Lucio Colletti's distinctive contribution to Marxist theory in the 1960s was to claim a modern scientific basis for Marxism as well as to develop a theorised, anti-Stalinist culture within a Western Communist Party. In France in the 1960s and 1970s another Communist Party intellectual, this time in the Communist Party of France (PCF), namely Louis Althusser, (p.114) held sway. Ultimately, for Althusser, the condition or state we are in is one condemned to anxiety in the lonely hour of the last instance (which never seems to arrive). It is now twenty years after his death, and international capitalism is (once again, always already) in crisis, a cultural state ripe for a return of the work of Louis Althusser to the international stage, it might have been thought. A living Althusser in the present era would have been a tantalising prospect but, to an extent, his ideas lived on after his death in a more sustained fashion than Lucio Colletti's. As others, including his former students, have argued at various junctures over the last twenty years (Badiou 2009: 54–89; Balibar 2009; Althusser 2001: vii-xiv; Kaplan and Sprinker 1993), it could very well now be an appropriate time to look again at Louis Althusser's specific legacy – his contribution to the project of an anti-humanist, scientific Marxism alongside other partially discredited left public intellectuals of the twentieth century, like his onetime protagonist and colleague on the left, Lucio Colletti (Althusser 2003, 2006).
Louis Pierre Althusser was born in Birmandreis near Algiers on 16 October 1918 and died in Paris from a heart attack, aged seventy-two, on 22 October 1990. The initial twenty-seven years of his life, up until the end of the Second World War, have been recorded in the first volume of a biography in French by his friend Yann Moulier Boutang (Boutang 1992). He was the eldest son of a schoolteacher, Lucienne Berger, and a bank manager, Charles Althusser. He was brought up a Roman Catholic, a faith which pervaded and underscored many of his writings. His Masters thesis, supervised by Gaston Bachelard, was awarded at the Paris Ecole Normale Superieure in 1948. He joined the French Communist Party in 1948 and never left the PCF, although at times it might have seemed that it left him. In late 1945 he met the woman who was to be his lifelong companion and eventually, in 1976, his wife, namely Helene Legotien (nee Rytman). Althusser taught as a university academic for the subsequent forty years at the Ecole in Paris, rising to international celebrity as a Marxist theorist and left philosopher and global intellectual extraordinaire. Many contemporary theorists can claim, like Alain Badiou (Feltham 2008: 1–31) to have had ‘Althusserian years’, such was his influence internationally.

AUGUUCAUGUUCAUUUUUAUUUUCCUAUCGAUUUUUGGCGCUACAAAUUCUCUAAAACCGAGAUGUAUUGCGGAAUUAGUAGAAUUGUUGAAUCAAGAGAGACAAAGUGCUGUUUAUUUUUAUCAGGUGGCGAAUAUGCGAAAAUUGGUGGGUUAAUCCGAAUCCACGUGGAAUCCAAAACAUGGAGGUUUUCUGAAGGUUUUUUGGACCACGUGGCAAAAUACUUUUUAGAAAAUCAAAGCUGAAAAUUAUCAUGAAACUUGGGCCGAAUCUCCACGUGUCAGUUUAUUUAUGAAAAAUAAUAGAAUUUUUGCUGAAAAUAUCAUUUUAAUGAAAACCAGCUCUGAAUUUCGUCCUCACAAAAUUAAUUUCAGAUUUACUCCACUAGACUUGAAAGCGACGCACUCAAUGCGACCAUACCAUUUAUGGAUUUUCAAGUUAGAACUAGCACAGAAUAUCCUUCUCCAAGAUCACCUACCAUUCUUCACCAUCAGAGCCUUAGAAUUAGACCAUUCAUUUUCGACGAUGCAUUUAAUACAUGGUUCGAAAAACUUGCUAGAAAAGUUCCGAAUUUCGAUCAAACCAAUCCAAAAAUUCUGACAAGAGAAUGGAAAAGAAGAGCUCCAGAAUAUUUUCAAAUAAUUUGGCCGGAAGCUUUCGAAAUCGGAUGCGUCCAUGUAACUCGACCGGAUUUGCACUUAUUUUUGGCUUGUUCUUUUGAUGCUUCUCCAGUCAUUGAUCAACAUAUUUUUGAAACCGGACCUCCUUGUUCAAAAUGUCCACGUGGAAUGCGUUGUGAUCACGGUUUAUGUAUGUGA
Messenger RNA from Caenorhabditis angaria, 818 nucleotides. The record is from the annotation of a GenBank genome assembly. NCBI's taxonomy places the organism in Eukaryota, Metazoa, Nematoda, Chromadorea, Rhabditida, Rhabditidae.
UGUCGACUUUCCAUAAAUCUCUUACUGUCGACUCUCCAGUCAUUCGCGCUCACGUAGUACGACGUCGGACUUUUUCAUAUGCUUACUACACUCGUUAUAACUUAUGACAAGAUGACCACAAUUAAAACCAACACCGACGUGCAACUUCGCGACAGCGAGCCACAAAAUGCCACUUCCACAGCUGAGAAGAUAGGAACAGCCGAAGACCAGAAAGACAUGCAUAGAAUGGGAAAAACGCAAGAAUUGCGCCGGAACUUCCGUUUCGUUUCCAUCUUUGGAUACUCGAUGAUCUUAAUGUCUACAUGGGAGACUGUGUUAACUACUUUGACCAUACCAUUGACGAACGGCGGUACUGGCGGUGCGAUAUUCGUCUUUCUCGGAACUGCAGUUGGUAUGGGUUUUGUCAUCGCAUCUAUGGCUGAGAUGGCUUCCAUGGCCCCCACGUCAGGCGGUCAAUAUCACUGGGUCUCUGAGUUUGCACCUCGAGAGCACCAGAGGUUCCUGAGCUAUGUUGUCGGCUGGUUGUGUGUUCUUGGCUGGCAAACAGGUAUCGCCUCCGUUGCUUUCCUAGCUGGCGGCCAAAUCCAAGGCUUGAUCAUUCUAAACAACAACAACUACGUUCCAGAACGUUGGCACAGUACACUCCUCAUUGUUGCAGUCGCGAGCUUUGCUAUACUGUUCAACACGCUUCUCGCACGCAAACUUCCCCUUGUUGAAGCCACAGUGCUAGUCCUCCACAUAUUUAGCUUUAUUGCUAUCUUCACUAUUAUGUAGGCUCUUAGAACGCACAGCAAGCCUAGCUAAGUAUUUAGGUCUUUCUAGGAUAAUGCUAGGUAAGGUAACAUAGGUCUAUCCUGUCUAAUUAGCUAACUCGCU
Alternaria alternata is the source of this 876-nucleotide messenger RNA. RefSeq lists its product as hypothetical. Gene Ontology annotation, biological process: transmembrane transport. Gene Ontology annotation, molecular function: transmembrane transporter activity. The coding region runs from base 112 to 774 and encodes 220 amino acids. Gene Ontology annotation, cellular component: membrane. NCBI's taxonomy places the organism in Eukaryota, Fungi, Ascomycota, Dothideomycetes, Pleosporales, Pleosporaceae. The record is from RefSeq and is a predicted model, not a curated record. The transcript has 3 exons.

To the accelerated culture of twenty-first century celebrity, Althusser has become a forgotten icon of an earlier era and is regarded in posterity as a fatally flawed individual, meriting only two references in a long contemporary appreciation of France and its intellectual culture (Anderson 2009: 137–213). He strangled his wife in 1980 (Althusser 1994: 15–17) and suffered from mental illness (what today would be, professionally, referred to as bipolar disorder) for many years, following his incarceration as a prisoner (p.115) of war in the Second World War. Luke Ferretter (Ferretter 2006: 2) has noted that Althusser in 1939:
passed the entrance examination to the prestigious Ecole normale super-ieure in Paris in which university teachers are trained, but he was called up before he could begin his studies. He became a prisoner of war in June 1940. Transported to a prison camp in northern Germany, he was initially assigned to hard labour, but after falling ill, worked as a nurse in the camp infirmary. This gave him time to read widely in philosophy and literature.